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There's Nothing "Social" About Online Social Engineering Attacks

Social engineering attacks are designed to deceive so they can harvest information that can be resold on the black market.
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If you didn't know better you might think the term "social engineering" was a benign reference to some "friendly engineers" - but you'd be wrong. Security experts have long worried about these type of online attacks because they use common and "cheap" marketing tactics to deceive making it harder to detect versus, for example, technology-based, more "expensive" scams which often leave a tell tale technology "fingerprint" that can expose the fraud.

As a result, we see that we see that social engineering attacks run rampant (*sigh*) like those emails from "your bank" asking you to confirm your user information due to some "security breach". Or the email congratulating you on being the "lucky multi million dollar winner" in a lottery. Or (and these type always crack me up) you are "most kindly" asked to "act as agent" for someone who seems to have benefited from some amazing financial windfall.

All these emails are different forms of social engineering attacks - designed to deceive so they can harvest information that they resell on the black market. Using social engineering techniques, the thieves are increasingly getting more sophisticated and are becoming more effective at convincing enough folks to give up their information to be profitable (*sigh* #2).

But the stakes just keep getting higher. Now the fraudsters have set their sites on our high school/ college kids who are looking for jobs (*sigh* #3). This makes a bad situation worse since many kids are very naïve about these types of threats. That's why it is incumbent on us to launch an offensive counter attack by exposing these fraudsters as quickly and as broadly as possible. (Please please - if any of you have kids looking for work - please ask them to read this! Send it to your local high school or college. Spread the word. )

How the scam targeting kids works?
The scam's approach is to run an ad on craigslist looking to hire people "for flexible work." (Author's note: I do not in any way blame craigslist anymore than I would blame Gmail for delivering the scam emails. I mention craigslist overtly only because kids use craigslist regularly.) Here's the actual ad that ran - it was brilliantly written by a direct marketing expert (*sigh #4*):

Our Company Name is {reputable WATCH company}, We are located in SWITZERLAND. The Swiss brand name symbolizes an excellent choice in marketable wrist watches. We are proud of our small but traditional watch factory and our stylish watch collection. The primary goal of the Administrative Officer is to provide local customer assistant to our clients within North America.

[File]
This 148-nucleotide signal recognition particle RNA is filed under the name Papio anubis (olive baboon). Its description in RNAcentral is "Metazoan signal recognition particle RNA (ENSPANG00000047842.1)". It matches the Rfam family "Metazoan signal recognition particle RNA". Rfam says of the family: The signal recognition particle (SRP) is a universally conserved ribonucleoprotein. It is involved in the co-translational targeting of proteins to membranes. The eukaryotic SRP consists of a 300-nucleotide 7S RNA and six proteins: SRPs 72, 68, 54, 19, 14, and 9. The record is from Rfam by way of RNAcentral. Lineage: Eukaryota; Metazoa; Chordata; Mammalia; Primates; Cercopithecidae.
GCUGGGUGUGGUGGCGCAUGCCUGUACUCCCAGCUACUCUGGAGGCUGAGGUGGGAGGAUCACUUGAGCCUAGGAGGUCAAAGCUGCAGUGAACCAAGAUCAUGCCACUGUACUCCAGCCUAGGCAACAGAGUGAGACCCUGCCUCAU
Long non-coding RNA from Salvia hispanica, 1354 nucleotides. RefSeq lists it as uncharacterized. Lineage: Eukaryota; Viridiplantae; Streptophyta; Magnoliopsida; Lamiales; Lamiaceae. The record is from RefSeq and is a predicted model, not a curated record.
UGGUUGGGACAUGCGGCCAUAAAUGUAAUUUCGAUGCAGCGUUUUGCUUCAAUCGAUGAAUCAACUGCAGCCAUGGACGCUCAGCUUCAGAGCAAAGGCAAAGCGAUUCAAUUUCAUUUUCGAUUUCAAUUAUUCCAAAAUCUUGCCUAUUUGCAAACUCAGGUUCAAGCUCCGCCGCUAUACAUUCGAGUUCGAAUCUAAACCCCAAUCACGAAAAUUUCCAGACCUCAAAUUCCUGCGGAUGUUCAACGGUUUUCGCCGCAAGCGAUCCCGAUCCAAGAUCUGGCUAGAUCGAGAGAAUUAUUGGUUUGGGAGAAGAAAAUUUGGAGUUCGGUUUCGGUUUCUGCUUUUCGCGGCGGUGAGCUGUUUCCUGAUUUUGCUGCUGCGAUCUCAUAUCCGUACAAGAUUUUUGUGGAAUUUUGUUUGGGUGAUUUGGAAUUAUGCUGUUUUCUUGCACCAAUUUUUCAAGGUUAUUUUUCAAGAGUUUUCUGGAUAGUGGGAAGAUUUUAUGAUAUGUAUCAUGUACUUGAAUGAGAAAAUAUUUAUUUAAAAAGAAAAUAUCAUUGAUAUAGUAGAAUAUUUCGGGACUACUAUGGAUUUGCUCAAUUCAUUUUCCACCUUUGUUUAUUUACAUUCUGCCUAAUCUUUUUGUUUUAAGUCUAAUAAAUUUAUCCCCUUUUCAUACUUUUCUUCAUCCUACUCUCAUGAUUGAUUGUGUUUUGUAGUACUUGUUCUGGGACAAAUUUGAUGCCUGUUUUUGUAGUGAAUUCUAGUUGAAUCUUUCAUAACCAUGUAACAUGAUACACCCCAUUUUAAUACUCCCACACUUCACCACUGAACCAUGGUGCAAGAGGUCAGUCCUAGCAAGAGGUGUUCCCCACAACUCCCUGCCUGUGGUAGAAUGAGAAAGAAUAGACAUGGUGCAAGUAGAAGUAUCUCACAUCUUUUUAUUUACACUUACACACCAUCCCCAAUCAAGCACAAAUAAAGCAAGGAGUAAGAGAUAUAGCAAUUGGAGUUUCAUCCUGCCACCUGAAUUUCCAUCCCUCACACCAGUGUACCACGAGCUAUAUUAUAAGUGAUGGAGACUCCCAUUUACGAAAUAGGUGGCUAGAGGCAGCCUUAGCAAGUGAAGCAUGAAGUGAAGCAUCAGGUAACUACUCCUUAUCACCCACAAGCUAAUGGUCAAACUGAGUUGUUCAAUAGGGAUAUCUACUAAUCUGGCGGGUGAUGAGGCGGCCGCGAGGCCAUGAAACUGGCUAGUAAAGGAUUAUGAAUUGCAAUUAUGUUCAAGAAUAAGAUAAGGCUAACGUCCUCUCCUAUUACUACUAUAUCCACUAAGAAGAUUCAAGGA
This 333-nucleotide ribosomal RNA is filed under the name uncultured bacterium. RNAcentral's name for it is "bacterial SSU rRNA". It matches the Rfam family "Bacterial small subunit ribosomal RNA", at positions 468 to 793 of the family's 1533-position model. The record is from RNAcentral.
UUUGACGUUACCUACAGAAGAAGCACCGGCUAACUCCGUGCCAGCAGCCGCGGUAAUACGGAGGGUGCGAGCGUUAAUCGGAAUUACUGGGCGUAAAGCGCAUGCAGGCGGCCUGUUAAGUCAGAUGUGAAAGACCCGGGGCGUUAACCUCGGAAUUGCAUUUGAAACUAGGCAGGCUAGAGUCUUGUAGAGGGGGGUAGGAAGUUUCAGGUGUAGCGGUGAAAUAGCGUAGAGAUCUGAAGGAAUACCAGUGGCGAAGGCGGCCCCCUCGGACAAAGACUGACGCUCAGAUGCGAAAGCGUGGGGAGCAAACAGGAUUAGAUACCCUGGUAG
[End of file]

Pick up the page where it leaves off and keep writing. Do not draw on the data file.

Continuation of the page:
During the trial period, you will be paid 2,000USD per month while working on average 3-4hours per day, plus 10% commission from every payment received and forwarded. After the trial period your base pay salary will go up to 2,200USD per month, plus 10% commission.

So far it sounds amazing and legit - right? A dream job for any college kid especially since a reputable company was used in the ad. At this point it is impossible to detect the scam. But the email continues and once you read it carefully, one begins to see some cracks in this fantasy job scenario...

Your First Primary task (Collection of Payments)
Author's note - This is the big "yikes" part
1. Receive payment from our Customers or Clients.
2. Cash Payment at your Bank or any cashing facilities near you.
3. Deduct 10 % which will be your percentage/pay on Payment processed
4. Forward balance after deduction of percentage/pay to any of the offices you will be contacted to send payment to, you'll have a lot of free time doing another job, because this job schedule is flexible, you'll get good income .But this job is very challenging and you should understand it.

Please kindly fill your personal details below, so that you can get started.
Full Name:
Apt #:
Postal Code:
Resident Phone Number:

"Stanley Walker"

(a.k.a. Freddy Fraudster)

There are so many red flags but our kids might not spot them so easily. Aside from the danger of sending confidential information to Freddy Fraudster, the scam has kids deposit checks into their account - and forward proceeds (less 10%) to the "company" (*sigh* #5). It's likely the checks will seem to clear but then bounce after the kids had dutifully forwarded payment. I shudder to think how well this particular scam worked given the target was a segment already stressed to find work.

Our best defense is a good offense and that means:
  • Exposing this scam as widely as possible. Educate our kids to be suspicious of ANYONE trying to get their personal information - even something that seems innocent like an address and phone number. "When in doubt - leave it out" should the mantra of everyone in the house.
  • To safely apply for jobs, have kids set up a new, free email account so they can keep their important email information separate from their job hunting activities.
  • Ideally, it is best not to include specific home address or even a mobile phone number on a CV or resume. Once some trust has been established, then more specific information can be released.
  • Sadly, we must really train our kids to really accept that if something sounds too good to be true on Internet -- it is nearly guaranteed to be fraud. Period.
  • But here's what will do the most good. Share this information/ link on your Facebook page. Twitter it out. Send an email to your school's administrators telling them about this particular threat.

Let's keep a digital eye out for each other and spread the word until the technology "good guys" can put these guys out of business. Watching out for each other is one way to use social media to beat back the bad guys.